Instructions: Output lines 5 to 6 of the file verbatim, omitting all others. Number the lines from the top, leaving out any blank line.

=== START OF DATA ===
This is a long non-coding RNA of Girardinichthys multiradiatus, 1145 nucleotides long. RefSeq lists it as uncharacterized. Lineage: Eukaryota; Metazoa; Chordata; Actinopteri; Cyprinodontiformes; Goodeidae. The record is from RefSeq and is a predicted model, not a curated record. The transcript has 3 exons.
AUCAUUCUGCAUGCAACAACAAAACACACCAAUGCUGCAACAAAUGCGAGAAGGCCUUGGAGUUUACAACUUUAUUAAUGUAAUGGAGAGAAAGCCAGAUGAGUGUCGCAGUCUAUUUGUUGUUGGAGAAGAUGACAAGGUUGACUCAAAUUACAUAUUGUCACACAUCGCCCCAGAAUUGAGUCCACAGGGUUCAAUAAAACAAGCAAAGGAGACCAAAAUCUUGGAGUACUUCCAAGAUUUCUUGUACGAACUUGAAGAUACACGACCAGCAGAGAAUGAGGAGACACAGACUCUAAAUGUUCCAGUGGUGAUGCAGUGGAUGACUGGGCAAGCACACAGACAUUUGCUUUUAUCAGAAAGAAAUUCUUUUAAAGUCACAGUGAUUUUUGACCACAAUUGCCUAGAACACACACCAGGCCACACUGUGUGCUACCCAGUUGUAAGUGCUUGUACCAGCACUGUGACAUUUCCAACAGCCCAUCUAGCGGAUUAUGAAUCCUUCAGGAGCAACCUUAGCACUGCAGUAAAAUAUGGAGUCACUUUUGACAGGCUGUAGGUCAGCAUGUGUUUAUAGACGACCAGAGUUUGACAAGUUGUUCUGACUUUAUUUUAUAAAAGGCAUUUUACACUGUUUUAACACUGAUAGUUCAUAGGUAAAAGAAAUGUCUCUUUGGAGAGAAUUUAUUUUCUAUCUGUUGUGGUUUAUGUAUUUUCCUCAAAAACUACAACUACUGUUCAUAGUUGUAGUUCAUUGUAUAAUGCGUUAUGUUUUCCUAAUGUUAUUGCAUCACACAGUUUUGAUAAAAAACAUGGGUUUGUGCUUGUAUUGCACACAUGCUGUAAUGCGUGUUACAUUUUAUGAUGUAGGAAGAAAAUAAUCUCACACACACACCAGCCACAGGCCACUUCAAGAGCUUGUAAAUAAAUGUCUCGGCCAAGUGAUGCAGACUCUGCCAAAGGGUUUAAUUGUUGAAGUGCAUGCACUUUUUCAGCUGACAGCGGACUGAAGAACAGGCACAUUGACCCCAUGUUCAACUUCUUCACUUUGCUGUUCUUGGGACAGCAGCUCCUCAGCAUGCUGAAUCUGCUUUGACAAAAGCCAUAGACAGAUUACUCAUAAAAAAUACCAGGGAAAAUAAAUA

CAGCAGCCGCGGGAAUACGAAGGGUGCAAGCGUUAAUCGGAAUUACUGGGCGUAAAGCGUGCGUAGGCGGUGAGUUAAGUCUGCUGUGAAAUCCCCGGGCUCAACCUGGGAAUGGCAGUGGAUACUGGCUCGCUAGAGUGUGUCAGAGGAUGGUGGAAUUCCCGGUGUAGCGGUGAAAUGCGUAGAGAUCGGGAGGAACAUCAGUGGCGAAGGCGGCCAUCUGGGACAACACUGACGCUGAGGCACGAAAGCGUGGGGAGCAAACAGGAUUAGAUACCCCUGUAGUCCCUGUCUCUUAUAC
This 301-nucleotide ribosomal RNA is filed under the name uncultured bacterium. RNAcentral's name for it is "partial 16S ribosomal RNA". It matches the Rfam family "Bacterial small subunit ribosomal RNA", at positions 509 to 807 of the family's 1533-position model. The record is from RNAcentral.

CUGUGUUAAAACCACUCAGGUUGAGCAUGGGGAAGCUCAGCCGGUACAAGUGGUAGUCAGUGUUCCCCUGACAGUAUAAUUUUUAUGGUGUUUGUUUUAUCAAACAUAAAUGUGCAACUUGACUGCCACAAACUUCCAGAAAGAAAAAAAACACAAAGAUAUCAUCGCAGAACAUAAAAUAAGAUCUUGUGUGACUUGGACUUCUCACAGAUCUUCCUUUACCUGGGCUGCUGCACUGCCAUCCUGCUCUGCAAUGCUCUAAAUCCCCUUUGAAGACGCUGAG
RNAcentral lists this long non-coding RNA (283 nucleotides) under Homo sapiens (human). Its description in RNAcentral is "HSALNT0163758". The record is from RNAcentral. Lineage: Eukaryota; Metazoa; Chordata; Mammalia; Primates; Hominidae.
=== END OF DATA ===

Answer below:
CUGUGUUAAAACCACUCAGGUUGAGCAUGGGGAAGCUCAGCCGGUACAAGUGGUAGUCAGUGUUCCCCUGACAGUAUAAUUUUUAUGGUGUUUGUUUUAUCAAACAUAAAUGUGCAACUUGACUGCCACAAACUUCCAGAAAGAAAAAAAACACAAAGAUAUCAUCGCAGAACAUAAAAUAAGAUCUUGUGUGACUUGGACUUCUCACAGAUCUUCCUUUACCUGGGCUGCUGCACUGCCAUCCUGCUCUGCAAUGCUCUAAAUCCCCUUUGAAGACGCUGAG
RNAcentral lists this long non-coding RNA (283 nucleotides) under Homo sapiens (human). Its description in RNAcentral is "HSALNT0163758". The record is from RNAcentral. Lineage: Eukaryota; Metazoa; Chordata; Mammalia; Primates; Hominidae.